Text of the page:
Experimental implementations of Binary Search in Swift
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Quaero.xcodeproj
Quaero
QuaeroTests
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README.md

README.md

Quaero

Motivation

Quaero (latin, "I search") contains multiple experimental implementations of binary search with the purpose of finding the best API, eventually leading to a Swift Language Proposal.

Summary

Quaero contains three separate implementations of the same four search methods:

  • lowerBound(of:in:at:by:) for finding the lower bound of a value.
  • upperBound(of:in:at:by:) for finding the upper bound of a value.
  • index(of:in:at:by:) for finding the index of a value.
  • range(of:in:at:by:) for finding the range of a value.

The three separate implementations are:

  • An implementation making use of instance methods on BinarySearch.
  • An implementation making use of static methods on BinarySearch.
  • An implementation making use of extension methods on Collection.

Contribution

Please feel free to provide ideas for improvements, alternatives or general critique through either Issues or Pull Requests.

Pros & Cons:

Collection Extension

Pros

  • Allows for non-@escaping closures.
  • Allows for throw-ing closures.

Cons

  • Pollutes Collection with unnecessary bloat.
  • Semantics provided by method name (index(of:) vs. sortedIndex(of:))
  • Method name index(of:) is unavailable due to prior existence.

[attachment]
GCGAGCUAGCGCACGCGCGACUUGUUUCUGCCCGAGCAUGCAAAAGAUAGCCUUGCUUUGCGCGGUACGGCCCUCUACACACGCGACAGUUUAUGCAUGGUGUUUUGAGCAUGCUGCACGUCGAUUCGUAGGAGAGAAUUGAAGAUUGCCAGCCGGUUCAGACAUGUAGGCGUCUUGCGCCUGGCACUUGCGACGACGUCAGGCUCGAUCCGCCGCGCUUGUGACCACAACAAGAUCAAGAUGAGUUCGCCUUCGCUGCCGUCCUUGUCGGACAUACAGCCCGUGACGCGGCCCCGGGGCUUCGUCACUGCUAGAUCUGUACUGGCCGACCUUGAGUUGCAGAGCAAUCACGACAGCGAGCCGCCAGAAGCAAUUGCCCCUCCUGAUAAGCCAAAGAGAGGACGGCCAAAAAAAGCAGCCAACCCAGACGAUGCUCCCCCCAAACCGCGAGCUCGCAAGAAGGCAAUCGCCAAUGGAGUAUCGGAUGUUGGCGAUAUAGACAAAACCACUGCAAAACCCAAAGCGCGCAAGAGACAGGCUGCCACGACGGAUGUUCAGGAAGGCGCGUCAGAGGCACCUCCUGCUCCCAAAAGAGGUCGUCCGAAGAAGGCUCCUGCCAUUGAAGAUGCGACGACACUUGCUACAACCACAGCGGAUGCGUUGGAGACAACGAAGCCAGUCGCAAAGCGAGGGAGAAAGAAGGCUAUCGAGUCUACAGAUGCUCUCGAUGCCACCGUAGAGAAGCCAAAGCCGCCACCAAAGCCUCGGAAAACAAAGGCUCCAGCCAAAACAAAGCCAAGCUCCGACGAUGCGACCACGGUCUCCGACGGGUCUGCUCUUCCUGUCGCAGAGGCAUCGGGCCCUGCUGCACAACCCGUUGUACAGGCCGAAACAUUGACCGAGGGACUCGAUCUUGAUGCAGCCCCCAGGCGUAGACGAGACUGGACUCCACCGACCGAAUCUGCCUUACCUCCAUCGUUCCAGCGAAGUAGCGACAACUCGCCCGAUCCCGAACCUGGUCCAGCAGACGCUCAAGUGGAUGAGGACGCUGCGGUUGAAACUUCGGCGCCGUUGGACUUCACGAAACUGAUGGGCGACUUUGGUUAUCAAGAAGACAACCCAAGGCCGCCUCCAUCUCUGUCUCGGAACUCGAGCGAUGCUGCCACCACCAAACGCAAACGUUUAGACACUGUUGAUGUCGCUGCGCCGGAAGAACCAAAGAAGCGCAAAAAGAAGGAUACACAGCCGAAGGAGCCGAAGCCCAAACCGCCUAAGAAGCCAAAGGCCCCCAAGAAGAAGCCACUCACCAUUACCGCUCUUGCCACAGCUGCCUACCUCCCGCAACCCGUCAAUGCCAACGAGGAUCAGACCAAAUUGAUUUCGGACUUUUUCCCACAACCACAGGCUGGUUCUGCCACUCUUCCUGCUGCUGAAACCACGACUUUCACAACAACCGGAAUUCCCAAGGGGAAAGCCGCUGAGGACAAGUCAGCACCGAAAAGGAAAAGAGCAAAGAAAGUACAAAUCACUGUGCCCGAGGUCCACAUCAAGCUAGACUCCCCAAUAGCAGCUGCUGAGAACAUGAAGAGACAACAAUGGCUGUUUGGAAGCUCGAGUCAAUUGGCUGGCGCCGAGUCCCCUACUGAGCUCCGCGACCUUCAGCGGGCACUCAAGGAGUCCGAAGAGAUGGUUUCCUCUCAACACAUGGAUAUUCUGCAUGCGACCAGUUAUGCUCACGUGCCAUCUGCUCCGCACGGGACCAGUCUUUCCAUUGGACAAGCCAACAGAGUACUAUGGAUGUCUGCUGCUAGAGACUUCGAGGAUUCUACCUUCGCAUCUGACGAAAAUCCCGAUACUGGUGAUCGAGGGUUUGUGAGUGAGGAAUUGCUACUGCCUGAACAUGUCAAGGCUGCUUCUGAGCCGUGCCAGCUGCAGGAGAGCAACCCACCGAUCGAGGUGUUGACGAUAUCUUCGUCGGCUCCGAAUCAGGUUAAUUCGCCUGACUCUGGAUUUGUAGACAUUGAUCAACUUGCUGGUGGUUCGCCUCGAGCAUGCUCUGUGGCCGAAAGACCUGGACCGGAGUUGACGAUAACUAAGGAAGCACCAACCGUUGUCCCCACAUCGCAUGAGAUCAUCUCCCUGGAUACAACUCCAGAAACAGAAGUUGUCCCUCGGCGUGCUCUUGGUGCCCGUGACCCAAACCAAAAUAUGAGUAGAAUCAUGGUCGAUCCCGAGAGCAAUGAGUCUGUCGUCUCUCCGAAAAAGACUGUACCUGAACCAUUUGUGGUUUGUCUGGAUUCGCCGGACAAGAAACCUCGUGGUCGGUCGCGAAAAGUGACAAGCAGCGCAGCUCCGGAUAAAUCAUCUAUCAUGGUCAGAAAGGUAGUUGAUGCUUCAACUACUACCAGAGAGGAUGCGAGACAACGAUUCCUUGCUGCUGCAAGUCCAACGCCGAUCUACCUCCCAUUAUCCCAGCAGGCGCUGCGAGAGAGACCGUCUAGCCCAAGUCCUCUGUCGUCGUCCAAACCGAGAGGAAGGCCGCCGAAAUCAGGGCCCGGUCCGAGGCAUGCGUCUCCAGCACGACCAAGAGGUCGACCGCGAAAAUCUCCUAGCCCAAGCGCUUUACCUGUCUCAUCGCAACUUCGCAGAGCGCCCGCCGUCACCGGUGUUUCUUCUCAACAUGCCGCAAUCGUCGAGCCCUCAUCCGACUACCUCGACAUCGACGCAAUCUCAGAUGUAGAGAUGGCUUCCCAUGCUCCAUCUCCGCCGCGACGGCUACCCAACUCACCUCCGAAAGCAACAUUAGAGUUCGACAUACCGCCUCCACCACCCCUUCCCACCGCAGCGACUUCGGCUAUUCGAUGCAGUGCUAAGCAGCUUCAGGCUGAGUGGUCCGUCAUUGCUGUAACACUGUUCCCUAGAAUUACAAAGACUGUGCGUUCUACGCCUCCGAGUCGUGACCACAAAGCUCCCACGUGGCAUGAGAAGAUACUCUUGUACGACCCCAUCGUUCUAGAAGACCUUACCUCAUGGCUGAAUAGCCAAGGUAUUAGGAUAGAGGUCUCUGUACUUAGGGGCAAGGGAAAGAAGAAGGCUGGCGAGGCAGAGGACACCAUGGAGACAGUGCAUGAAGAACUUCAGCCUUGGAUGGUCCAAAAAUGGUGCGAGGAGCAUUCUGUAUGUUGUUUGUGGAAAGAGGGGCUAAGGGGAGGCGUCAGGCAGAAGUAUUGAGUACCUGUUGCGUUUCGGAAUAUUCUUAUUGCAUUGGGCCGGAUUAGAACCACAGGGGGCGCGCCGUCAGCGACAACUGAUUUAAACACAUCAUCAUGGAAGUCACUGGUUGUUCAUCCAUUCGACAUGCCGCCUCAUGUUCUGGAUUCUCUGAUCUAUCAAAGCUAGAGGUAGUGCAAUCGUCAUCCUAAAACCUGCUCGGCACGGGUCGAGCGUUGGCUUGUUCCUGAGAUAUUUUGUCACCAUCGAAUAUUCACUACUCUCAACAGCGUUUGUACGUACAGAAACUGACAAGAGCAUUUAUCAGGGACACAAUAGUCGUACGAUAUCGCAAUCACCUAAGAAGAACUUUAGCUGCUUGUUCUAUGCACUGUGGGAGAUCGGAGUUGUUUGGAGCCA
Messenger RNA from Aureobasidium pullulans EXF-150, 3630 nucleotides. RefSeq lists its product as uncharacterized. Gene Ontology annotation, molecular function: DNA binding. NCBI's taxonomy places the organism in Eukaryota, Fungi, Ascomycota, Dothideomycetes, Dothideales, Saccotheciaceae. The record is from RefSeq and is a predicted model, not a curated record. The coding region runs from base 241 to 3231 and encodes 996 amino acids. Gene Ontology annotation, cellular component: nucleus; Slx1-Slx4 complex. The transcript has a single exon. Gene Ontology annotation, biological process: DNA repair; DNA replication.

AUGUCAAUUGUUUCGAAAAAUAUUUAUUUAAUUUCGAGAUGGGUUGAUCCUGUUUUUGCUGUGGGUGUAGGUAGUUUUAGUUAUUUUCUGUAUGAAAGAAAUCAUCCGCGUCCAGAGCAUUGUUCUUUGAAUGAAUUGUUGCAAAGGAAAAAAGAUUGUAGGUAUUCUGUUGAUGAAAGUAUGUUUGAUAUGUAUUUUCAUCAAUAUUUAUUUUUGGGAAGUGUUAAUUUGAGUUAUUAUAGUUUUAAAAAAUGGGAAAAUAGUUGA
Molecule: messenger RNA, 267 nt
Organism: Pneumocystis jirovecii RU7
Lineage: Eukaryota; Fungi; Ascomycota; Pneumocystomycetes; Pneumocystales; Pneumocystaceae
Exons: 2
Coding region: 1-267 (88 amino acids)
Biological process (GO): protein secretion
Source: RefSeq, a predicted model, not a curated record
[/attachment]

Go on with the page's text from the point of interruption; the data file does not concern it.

• 12 methods overall.

Instance Methods

Pros

  • Keeps Collection as is.
  • Semantics provided by type name, not method name (index(of:) vs. sortedIndex(of:))
  • Method name index(of:) is available.
  • 4 methods overall (+ 3 init(…))

Cons

  • Does not allow for non-@escaping closures.
  • Does not allow for throw-ing closures.

Static Methods

Pros

  • Allows for non-@escaping closures.
  • Allows for throw-ing closures.
  • Method name index(of:) is available.

Cons

  • Keeps Collection as is.
  • 12 methods overall

IdentityProtocol

While this code compiles in Swift 4:

struct Foo {}

let foo = Foo()
let bar = foo.self

This code unfortunately doesn't:

let bar = foo[keypath: \.self]

Nor does this:

let bar = foo[keypath: \Foo.self]

For an ergonomic yet versatile implementation of binary search however we need an identity for KeyPath<T, U>.

This is where IdentityProtocol comes to help us:

public protocol IdentityProtocol {
    var identity: Self { get }
}
extension IdentityProtocol {
    var identity: Self { return self }
}

Until Swift gets native support for foo[keypath: \.self] that is.